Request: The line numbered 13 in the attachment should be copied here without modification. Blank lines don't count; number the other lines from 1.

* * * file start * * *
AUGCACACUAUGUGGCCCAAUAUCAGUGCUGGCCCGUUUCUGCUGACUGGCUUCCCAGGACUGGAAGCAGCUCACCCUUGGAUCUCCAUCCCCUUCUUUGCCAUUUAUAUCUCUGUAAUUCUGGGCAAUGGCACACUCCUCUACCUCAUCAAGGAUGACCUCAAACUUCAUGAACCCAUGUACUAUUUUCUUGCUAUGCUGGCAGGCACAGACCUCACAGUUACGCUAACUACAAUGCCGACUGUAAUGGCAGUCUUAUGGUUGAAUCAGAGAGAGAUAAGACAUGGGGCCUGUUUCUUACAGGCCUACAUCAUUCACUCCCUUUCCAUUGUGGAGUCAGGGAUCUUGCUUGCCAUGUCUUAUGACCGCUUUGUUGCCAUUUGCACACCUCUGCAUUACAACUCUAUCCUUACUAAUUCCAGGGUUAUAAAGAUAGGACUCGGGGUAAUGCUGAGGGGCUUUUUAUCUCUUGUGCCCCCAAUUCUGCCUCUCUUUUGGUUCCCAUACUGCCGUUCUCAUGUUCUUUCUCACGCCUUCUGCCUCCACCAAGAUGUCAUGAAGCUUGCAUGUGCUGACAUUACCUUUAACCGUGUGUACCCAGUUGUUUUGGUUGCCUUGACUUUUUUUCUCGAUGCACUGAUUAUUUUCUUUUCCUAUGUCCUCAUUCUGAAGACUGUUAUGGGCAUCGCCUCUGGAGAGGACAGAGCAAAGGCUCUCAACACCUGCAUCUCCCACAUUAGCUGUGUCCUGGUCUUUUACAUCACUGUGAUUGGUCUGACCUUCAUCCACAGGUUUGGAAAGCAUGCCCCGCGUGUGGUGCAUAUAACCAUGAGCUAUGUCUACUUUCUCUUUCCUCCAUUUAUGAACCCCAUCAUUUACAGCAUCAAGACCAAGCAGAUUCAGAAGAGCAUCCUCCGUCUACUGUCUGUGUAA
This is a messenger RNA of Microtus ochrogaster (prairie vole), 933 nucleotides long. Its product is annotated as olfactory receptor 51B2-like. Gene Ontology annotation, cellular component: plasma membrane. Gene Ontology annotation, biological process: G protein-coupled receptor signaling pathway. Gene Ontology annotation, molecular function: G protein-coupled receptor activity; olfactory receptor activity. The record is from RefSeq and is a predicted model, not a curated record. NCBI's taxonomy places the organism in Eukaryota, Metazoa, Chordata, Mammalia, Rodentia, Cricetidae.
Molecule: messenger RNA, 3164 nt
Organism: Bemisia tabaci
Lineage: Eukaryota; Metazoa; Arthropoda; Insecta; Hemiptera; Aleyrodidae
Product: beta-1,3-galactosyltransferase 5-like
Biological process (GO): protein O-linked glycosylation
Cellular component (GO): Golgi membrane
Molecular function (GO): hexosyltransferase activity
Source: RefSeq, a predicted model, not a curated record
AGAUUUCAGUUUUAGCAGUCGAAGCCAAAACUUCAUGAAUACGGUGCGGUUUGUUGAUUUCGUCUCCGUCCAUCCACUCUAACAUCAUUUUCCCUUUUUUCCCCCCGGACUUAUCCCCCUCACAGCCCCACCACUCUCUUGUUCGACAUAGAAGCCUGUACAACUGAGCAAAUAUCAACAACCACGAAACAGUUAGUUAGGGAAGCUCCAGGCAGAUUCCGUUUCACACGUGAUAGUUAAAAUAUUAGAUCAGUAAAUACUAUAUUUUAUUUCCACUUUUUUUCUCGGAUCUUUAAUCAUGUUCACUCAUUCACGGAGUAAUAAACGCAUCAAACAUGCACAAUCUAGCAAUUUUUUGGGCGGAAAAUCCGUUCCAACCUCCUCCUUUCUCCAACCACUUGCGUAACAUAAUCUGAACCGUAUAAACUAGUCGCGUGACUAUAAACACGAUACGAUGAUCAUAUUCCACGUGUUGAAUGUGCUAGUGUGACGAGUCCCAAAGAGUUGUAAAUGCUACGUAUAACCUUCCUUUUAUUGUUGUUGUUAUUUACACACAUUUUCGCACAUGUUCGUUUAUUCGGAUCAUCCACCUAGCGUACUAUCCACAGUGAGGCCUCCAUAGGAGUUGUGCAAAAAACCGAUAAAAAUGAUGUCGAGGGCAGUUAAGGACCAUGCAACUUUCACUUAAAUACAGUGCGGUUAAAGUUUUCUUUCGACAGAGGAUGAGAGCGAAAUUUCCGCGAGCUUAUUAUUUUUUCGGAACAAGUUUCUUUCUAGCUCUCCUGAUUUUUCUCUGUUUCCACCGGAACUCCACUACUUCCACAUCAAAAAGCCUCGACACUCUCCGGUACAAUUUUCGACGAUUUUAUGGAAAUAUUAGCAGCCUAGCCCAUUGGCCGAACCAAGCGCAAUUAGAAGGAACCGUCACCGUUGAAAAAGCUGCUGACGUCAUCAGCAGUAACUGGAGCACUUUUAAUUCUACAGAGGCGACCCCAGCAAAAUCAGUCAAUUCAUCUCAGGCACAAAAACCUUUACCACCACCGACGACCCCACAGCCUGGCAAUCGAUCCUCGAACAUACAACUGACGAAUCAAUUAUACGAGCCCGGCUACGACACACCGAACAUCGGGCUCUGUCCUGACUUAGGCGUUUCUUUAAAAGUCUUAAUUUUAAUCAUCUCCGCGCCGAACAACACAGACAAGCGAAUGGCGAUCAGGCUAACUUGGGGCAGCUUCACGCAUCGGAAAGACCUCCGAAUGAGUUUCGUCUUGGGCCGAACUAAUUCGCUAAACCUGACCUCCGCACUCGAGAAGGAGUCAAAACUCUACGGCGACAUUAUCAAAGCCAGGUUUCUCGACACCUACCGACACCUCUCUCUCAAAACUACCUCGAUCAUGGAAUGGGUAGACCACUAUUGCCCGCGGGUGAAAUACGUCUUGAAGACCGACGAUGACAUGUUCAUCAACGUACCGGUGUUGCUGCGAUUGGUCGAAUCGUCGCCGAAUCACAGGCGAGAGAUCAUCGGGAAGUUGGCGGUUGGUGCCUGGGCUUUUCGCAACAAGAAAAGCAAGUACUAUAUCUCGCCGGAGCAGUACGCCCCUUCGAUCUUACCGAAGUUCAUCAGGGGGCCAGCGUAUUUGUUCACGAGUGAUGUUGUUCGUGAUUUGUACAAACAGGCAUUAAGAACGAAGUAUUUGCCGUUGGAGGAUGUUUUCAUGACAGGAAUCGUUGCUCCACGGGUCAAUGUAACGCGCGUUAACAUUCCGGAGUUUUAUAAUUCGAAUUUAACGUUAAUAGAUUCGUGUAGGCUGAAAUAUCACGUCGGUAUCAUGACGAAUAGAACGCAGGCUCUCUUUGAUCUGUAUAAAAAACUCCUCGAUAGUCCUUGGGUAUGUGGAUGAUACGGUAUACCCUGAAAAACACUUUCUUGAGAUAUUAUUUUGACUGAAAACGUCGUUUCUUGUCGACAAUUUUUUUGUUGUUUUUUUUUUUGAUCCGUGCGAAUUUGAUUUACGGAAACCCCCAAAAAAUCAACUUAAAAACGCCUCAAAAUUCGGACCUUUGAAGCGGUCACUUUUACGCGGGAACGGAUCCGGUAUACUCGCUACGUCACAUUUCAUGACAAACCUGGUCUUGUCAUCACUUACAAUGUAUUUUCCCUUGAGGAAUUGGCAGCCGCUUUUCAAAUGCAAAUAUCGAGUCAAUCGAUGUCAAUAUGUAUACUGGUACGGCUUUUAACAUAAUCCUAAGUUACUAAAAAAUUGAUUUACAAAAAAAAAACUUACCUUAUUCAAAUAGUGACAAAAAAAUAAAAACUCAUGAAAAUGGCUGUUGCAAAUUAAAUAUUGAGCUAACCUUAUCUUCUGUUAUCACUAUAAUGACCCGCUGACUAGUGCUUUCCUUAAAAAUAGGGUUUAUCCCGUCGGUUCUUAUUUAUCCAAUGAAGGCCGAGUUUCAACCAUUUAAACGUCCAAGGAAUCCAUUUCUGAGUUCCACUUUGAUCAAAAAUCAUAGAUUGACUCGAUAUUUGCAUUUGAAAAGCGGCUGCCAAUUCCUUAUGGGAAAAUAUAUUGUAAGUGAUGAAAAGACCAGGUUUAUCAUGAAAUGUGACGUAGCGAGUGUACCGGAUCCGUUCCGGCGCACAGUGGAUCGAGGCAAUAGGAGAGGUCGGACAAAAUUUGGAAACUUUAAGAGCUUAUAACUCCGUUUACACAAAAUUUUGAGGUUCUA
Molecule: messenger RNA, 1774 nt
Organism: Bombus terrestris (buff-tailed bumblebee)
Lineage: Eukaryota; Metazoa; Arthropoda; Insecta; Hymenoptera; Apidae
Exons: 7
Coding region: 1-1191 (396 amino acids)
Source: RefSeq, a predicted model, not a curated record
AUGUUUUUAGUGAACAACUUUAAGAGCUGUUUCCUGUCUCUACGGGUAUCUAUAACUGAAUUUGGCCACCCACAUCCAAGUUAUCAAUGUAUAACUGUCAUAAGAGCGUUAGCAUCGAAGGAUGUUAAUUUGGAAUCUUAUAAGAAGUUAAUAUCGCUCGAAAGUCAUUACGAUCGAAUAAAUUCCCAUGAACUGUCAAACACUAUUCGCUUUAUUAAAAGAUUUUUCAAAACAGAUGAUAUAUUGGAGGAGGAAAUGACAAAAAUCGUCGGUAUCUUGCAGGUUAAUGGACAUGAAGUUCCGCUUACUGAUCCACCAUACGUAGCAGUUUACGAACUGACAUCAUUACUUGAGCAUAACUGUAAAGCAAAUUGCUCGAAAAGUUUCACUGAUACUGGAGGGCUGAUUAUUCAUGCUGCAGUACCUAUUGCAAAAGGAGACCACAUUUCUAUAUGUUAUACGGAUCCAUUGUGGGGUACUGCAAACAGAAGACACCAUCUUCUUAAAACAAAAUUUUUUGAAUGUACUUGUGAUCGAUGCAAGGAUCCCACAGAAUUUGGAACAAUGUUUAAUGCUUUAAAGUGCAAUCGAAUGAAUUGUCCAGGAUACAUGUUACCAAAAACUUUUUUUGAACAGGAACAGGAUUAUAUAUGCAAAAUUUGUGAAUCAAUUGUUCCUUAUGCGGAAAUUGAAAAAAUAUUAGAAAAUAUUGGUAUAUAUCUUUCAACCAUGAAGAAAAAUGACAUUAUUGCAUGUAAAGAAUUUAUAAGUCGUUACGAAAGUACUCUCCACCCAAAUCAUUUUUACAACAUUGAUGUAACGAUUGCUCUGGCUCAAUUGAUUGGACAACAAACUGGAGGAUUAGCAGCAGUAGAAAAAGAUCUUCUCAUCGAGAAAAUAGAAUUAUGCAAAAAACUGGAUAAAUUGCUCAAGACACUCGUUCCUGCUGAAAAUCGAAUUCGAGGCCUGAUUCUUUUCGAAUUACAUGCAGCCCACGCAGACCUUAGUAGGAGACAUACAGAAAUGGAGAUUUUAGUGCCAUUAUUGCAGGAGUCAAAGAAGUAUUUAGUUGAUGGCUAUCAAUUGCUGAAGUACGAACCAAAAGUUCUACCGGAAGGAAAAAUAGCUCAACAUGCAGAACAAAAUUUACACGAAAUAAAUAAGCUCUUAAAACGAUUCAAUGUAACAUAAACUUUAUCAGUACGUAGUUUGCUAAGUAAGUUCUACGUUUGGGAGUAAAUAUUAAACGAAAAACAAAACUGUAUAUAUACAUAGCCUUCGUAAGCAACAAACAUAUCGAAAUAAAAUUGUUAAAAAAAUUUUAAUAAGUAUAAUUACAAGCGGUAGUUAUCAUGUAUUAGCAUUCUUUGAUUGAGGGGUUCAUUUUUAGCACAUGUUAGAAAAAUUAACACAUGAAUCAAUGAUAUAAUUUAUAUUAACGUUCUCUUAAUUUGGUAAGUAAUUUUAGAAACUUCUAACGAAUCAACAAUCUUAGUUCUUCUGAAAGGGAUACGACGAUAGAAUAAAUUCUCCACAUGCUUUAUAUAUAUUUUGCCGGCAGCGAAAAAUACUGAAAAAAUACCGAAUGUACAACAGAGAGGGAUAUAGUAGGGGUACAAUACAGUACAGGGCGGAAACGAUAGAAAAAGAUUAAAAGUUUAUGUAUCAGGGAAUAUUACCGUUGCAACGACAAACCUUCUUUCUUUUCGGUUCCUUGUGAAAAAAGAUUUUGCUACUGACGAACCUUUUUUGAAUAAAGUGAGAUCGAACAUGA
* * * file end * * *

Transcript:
Organism: Bombus terrestris (buff-tailed bumblebee)